The Beauty's in the Trying

Last year, I grew the ugliest cucumbers of all time, I’m pretty sure. They were misshapen, bulging in the wrong places, and the most odd shade of orange. I don’t know exactly what went wrong. I could have spent a fair amount of time checking the moisture or pH levels of the soil, fertilizing or neutralizing. In our case, I think we may actually have waited too long to harvest. The unique specimens made us smile as we pondered the mysteries of life.

We’re fortunate that our small container garden is just a supplement to regular shopping trips, and that we don’t depend on my green thumb. It’s important to me to teach my kids how to grow things. There are so many benefits—from learning to be gentle with the delicate new sprouts, to exercising patience in waiting for the green tomatoes to turn yellow, orange, and, then, finally, red. We see that well-grown healthy food can be just as tasty as a candy bar. We get fresh snacks without having to leave our home. We learn that a good harvest depends on so many other creatures—the folks who prepared the seeds, the pollinators that turn flowers into fruits. We are but a small part of the entire system. Perhaps most importantly, my kids needed to see that I could try and fail, and simply try again.

Regarding the overgrown cucumbers, they weren’t fit for consumption at that point, but we eventually made an assortment of gourds on our porch to welcome Fall, and the misfit cukes blended beautifully into the tableau, a happy accident indeed! And we learned that, on future attempts, we need to keep a closer eye on the garden, and not miss the picking window.

This year, I was gifted a planting box to set up on our porch. I carefully selected the seeds and sketched out the design in careful rows, all edibles—lettuce, spinach, basil, oregano, thyme and dill. To reinforce my son’s science lessons, we inventoried the required three S’s—seed, sun, and soil—and we added some water. I also worked in some of the compost from our backyard bin.

What I hadn’t considered was what might be in the compost that hadn’t yet decomposed. After the first lettuce harvest, I noticed some heart-shaped leaves sprouting from a sturdy stem. Having gotten familiar with cucumber sprouts, I thought I must have gotten sloppy and let a couple of those seeds mix in. As the plant grew, though, it sprouted not the dainty little yellow cucumber blossoms, but U-shaped cups that bloomed huge and orange … the color of, well, a pumpkin. Yes, we have some volunteer pumpkins in our garden box. But what to do about it?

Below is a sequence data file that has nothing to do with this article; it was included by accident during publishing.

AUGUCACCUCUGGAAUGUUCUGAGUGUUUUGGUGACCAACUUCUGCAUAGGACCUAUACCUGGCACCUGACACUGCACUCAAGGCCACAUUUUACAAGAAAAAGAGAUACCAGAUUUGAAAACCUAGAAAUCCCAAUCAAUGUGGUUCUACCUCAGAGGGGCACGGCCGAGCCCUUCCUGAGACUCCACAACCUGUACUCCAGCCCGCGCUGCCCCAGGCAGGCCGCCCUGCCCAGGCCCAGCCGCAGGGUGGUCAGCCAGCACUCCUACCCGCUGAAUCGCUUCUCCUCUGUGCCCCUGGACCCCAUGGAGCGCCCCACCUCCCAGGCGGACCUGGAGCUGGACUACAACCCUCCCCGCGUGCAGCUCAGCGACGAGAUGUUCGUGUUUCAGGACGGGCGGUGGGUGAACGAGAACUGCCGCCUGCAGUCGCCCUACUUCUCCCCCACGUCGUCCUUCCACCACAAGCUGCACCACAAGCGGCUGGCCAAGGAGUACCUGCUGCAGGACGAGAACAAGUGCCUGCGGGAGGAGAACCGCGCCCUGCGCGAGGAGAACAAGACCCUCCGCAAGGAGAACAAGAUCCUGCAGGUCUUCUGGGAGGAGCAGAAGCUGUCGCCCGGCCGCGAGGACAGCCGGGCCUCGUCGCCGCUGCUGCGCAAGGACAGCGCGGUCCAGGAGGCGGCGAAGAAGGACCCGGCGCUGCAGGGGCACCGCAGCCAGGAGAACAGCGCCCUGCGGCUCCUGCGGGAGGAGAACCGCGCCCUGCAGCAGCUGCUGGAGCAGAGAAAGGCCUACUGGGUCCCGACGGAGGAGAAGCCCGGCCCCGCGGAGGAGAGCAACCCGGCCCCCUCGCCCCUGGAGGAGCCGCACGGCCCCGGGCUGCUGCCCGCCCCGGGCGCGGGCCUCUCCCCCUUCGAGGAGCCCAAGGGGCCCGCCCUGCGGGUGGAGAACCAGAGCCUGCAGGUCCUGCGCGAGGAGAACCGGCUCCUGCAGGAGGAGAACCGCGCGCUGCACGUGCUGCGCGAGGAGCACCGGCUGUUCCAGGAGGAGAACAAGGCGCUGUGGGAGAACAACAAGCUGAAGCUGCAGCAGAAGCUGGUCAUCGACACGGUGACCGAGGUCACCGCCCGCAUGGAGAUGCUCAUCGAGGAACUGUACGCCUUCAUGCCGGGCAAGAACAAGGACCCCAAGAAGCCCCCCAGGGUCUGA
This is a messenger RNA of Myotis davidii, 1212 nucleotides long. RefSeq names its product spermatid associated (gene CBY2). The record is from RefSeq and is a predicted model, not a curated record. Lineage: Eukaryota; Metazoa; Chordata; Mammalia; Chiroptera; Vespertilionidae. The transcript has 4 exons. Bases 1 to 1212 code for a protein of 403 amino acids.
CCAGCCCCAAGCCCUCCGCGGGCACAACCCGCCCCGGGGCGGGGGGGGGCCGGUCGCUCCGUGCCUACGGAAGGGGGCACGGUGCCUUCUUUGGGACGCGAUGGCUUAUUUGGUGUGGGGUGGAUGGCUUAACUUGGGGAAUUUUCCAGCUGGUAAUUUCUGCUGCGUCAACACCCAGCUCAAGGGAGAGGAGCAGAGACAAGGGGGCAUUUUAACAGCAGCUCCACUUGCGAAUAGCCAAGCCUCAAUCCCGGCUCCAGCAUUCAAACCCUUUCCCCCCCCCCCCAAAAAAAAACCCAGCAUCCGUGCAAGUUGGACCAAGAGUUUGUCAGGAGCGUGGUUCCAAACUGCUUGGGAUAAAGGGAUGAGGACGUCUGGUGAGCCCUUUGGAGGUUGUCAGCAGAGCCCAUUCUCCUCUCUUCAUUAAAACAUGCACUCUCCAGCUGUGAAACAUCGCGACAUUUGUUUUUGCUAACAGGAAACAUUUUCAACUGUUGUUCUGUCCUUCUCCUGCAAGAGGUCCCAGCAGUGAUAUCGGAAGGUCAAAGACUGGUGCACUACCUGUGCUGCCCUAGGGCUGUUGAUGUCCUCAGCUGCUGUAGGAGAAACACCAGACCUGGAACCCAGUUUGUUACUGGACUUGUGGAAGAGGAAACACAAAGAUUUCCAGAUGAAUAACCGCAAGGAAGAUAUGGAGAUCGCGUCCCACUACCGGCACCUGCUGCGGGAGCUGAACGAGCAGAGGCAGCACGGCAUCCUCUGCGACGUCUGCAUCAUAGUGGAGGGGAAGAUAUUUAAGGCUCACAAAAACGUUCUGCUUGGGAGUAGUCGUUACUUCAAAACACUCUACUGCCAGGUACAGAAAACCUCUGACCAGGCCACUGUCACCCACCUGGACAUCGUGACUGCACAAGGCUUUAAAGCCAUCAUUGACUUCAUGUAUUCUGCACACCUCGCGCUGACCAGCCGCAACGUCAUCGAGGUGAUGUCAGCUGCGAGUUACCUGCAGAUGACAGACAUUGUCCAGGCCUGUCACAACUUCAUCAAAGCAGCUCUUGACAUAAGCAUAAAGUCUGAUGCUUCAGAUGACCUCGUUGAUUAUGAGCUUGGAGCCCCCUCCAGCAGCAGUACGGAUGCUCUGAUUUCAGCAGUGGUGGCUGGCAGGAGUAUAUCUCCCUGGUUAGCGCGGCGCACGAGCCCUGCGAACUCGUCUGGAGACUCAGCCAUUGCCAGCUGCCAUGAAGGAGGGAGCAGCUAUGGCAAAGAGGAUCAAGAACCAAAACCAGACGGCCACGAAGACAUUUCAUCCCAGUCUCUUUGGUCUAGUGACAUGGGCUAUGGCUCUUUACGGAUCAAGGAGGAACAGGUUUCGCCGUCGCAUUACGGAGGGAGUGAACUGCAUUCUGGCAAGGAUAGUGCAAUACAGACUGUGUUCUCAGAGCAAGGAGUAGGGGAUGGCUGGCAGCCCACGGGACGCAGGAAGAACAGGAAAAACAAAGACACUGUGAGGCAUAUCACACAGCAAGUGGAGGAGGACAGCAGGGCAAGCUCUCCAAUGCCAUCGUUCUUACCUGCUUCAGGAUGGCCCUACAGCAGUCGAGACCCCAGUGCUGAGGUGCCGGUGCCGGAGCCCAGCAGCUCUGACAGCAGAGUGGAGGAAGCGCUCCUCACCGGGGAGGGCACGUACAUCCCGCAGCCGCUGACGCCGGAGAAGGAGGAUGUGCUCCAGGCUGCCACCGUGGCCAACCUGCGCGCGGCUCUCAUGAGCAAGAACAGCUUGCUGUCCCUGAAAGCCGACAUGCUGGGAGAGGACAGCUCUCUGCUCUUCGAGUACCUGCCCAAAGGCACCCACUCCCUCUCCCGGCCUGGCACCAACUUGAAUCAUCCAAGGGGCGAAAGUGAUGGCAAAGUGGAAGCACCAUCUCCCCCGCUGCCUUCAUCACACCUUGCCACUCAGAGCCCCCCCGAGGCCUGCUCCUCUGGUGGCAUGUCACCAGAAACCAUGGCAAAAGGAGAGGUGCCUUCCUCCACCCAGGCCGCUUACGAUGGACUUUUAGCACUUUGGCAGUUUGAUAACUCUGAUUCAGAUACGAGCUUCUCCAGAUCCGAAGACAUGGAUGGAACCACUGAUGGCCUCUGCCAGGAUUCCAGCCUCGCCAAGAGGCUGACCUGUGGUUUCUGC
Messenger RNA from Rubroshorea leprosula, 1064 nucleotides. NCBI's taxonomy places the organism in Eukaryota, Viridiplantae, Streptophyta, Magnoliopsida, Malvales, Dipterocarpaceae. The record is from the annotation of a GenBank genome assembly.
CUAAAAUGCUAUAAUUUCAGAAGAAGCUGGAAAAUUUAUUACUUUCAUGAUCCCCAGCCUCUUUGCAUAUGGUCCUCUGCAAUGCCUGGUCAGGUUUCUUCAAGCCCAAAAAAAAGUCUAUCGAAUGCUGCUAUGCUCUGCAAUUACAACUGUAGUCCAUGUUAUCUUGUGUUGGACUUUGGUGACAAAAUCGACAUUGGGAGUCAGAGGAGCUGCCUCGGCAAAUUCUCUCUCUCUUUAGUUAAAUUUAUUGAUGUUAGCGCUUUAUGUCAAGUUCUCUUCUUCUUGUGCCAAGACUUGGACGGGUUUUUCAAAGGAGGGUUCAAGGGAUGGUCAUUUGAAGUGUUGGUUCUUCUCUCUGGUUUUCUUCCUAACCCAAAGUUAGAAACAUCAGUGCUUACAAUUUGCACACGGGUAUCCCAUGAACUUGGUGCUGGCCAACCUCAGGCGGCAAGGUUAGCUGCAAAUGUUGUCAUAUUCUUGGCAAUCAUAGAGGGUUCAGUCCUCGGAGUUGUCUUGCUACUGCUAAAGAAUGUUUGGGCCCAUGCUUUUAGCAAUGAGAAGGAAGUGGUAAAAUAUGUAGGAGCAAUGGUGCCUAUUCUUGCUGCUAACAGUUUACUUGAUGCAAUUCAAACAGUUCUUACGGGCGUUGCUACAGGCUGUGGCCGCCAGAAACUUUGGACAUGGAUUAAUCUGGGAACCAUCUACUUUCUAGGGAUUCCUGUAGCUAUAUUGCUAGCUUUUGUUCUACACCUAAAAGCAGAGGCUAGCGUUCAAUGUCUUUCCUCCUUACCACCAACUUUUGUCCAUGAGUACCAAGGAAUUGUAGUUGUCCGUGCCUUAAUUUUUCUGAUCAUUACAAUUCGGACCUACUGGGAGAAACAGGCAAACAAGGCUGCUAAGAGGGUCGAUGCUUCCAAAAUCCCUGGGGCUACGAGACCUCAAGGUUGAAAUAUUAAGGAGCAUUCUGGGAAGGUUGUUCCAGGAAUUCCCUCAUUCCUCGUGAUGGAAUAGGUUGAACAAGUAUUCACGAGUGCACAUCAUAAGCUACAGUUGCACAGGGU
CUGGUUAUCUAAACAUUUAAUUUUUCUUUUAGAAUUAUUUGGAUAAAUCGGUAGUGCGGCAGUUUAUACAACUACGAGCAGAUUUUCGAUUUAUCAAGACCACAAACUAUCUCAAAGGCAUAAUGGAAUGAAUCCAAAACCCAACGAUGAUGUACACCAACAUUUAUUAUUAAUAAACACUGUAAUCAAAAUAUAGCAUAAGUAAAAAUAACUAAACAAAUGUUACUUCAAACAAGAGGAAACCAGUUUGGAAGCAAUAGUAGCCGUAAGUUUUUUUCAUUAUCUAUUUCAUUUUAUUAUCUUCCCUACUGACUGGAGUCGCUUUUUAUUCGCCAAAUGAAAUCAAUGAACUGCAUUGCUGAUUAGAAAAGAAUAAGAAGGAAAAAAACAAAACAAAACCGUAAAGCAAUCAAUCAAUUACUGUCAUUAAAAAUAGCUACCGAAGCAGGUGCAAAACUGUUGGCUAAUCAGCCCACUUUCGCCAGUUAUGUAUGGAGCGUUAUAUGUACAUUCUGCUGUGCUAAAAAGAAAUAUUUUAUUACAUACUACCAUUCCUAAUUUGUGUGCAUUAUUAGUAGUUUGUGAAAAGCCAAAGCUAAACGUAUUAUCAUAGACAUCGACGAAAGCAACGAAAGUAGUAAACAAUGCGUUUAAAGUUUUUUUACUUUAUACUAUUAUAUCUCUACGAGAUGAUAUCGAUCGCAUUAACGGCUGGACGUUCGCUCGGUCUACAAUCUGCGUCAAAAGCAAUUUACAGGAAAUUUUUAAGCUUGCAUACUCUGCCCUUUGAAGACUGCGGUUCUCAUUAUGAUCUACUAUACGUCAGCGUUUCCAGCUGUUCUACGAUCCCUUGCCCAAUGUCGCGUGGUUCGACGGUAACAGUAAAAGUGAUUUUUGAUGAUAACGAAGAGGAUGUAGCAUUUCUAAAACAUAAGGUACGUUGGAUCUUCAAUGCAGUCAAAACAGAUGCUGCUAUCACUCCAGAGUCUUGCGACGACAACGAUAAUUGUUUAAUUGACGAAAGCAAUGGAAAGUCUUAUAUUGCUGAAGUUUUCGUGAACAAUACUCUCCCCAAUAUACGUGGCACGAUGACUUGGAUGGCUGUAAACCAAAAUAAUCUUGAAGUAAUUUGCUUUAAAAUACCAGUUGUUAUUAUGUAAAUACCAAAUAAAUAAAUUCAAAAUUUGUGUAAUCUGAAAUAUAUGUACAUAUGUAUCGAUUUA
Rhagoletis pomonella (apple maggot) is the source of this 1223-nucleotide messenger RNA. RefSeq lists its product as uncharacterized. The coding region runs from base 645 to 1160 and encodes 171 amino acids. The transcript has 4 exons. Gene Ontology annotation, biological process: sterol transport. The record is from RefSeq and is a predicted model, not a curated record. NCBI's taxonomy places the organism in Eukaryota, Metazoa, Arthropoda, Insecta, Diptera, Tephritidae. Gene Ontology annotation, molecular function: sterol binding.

Having already harvested a couple of rounds of the lettuce, letting my kids have the pleasure of snapping off fresh snacks right from the stem, I decided to let the pumpkins sprawl. Only time will tell what we end up with. The leaves and blooms are multiplying quickly, shoots roaming around to enable its impressive rapid expansion. It’s amazing to think that such a large plant has unfurled from something the size of my pinky nail. I don’t know if the planter box will be large enough to support the growth of a full-size pumpkin. Even if it’s not, it’s something we can log our experience for next year.

“Success” and “failure” have a lot to do with perception. I think about the “failures” that have existed that have brought us to this precise moment. They may be crushing at the time, but hold value that we can’t even know until decades later. My ancestors tried life out West in the 1860s, but soon gave up on life in Iowa and returned to Pennsylvania. It was in Pennsylvania that my great-great grandmother Cora met her husband Elmer, married, and started their family. Their union has created 177 descendants so far, and the family keeps growing. Maybe they had to travel far away to realize how right the place they’d left had really been.

A garden is a place where all the elements of our care and environment combine: our seeds and soil, our love, our tears, the rays of the sun, whatever’s in the ever-changing atmosphere: ash, smoke, acid rain, the scent of barbecues, the whistles of distant trains, reminding us that there are many other destinations, but we are here. We grow not in a bubble, but as the culmination of all the input we’ve received. And there’s no failure, because, without any particular piece of the puzzle, we wouldn’t be who we are today.

About the Author: Jessica Manack lives in Pittsburgh, Pennsylvania, where she raises children and vegetables at a 100-year-old home in the city’s historic North Side.



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